Taking over an island for an artists’ residency may sound totally unreal, but that’s exactly what makes the efforts of Rob Gorski and Andrew Ranville all the more fantastic! Just over a year ago Gorski found an opportunity (on Craigslist!) to acquire a 91-square mile island. The remote, forested “Rabbit Island” is located off the coast of Michigan and is under an environmental protection easement. The duo has already begun building prototype cabins, and are hoping to raise funds through Kickstarter to get working artists setup in the temporary homes.
The goal of the remote residency is to allow the artists to hone their skills, while being inspired by their natural surroundings. The idea for the program came when Gorski, a New York City doctor and owner for the island, noticed his artist friend Ranville working on site specific projects with reclaimed timber. The pair in turn built a cabin to serve as an art studio using all locally sourced materials.
Being a resident on Rabbit Island would present inspirational opportunities unlike any other program, due to the seclusion of artists and the delicate natural surroundings. Any housing or studio space built there will be totally off-the-grid, giving the artists a chance to live and react to in a way that respects the environment. The hope is that the photographers, painters, sculptors and artists that go to Rabbit Island will be able to use their art to show the world an inspired view of conservation.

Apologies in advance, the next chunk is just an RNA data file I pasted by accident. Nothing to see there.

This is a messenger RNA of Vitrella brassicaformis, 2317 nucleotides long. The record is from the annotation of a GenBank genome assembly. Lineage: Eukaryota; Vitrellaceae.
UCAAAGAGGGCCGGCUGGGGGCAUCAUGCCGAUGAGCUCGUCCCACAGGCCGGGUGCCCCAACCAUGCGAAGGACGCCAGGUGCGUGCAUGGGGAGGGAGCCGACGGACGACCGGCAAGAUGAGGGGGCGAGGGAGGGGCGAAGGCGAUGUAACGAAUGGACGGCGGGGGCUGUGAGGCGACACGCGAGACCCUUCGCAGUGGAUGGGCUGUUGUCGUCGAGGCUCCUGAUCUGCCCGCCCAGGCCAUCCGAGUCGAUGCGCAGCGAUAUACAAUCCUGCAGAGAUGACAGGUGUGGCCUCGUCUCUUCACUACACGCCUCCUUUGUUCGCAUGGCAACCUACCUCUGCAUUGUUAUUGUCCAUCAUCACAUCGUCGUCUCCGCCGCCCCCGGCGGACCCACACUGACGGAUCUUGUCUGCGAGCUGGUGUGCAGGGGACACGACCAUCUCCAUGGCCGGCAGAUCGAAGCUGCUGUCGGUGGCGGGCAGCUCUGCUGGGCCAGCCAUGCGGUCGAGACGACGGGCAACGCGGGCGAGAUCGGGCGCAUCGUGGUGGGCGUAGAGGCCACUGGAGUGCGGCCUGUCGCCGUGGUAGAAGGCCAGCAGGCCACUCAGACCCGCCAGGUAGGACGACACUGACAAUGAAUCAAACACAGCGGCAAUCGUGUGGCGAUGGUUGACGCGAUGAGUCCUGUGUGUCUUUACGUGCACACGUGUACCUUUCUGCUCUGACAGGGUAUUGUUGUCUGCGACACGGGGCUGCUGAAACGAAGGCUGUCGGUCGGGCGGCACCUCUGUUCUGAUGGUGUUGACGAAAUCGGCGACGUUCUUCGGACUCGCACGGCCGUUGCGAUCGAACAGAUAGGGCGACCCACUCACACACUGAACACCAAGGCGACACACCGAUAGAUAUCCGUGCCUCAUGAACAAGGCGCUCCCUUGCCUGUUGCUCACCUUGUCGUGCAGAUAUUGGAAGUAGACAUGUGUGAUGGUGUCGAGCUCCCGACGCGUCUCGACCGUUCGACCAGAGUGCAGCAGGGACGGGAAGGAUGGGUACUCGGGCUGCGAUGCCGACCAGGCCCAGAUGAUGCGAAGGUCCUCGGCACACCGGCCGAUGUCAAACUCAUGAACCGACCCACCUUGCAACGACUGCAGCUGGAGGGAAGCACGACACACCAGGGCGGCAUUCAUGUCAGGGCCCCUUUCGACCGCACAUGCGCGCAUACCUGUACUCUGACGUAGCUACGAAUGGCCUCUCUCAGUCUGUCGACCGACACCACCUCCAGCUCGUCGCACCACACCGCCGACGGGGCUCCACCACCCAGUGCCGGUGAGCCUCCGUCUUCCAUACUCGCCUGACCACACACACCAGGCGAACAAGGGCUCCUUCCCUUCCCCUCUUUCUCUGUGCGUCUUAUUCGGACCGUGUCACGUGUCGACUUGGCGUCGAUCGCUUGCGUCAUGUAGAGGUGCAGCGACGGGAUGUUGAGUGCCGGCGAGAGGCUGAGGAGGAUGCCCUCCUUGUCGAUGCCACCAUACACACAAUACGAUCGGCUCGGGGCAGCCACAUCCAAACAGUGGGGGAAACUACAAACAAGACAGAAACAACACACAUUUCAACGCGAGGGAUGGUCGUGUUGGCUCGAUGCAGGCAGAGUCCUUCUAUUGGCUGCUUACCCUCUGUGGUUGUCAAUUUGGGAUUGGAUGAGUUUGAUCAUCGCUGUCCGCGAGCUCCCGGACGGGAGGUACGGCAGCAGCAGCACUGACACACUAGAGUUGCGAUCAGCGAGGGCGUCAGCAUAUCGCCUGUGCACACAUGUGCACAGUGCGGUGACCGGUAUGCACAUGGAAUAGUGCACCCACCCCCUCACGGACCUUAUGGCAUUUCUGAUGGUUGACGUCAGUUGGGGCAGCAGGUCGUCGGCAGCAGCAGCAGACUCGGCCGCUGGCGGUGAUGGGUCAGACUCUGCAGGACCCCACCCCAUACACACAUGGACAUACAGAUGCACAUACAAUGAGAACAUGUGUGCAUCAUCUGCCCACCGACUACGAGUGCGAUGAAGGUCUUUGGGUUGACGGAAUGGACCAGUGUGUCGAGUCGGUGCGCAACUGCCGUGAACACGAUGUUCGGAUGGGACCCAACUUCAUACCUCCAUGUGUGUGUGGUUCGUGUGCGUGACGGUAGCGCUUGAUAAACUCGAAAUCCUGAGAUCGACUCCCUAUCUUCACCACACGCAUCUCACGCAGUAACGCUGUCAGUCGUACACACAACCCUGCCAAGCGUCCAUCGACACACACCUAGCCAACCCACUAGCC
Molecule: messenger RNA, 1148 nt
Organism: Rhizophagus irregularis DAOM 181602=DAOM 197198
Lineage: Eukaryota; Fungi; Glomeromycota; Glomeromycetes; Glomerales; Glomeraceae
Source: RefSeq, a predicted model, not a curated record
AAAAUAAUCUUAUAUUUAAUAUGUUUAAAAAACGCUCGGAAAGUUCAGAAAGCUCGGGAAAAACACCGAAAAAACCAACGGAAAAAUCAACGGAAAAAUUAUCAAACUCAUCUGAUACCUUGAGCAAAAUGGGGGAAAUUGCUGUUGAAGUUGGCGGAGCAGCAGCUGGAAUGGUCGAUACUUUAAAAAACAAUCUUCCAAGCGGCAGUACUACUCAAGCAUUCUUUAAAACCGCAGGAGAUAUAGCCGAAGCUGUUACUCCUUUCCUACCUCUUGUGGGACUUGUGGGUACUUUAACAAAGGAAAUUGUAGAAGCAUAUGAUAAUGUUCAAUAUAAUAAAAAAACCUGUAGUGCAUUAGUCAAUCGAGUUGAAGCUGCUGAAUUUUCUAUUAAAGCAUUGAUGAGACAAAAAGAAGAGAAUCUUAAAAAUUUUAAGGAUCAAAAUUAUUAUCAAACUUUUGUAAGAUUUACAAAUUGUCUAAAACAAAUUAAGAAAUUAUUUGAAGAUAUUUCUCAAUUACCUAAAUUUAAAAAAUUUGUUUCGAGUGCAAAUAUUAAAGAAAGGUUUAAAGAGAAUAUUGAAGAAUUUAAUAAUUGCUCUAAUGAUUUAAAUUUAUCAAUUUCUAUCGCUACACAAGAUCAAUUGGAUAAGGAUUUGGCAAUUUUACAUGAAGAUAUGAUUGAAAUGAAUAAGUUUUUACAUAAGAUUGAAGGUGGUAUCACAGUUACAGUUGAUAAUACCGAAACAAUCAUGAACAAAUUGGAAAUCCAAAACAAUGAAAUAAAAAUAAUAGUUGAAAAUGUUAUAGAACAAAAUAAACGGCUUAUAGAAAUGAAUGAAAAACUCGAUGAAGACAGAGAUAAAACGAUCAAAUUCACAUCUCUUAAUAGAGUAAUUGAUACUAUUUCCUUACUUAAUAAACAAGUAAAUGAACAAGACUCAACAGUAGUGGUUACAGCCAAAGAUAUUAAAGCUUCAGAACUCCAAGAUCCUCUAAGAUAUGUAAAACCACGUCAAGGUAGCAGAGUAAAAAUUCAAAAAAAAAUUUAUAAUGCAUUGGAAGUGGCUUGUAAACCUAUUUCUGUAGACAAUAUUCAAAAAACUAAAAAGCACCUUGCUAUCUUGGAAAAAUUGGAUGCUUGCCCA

The area along the shores surrounding Lake Superior, where Rabbit Island sits, are part of Michigan State’s Upper Peninsula. The area is known for its absolute beauty and untouched backwoods, and is a stark contrast to the dominating industrial and automotive industry of the state.
“I think this idea of a project taking the wilderness that remains and celebrating it, instead of mining it or using it for lumber, is a really significant transition in the history of Michigan. This could exemplify that next generation coming,” says Gorski.
The Rabbit Island Kickstarter pledge is only running for a few more days, and has yet to reach its goal. Funding will go toward tools, supplies, and solar panels to get the residency started. You can see all of the details here!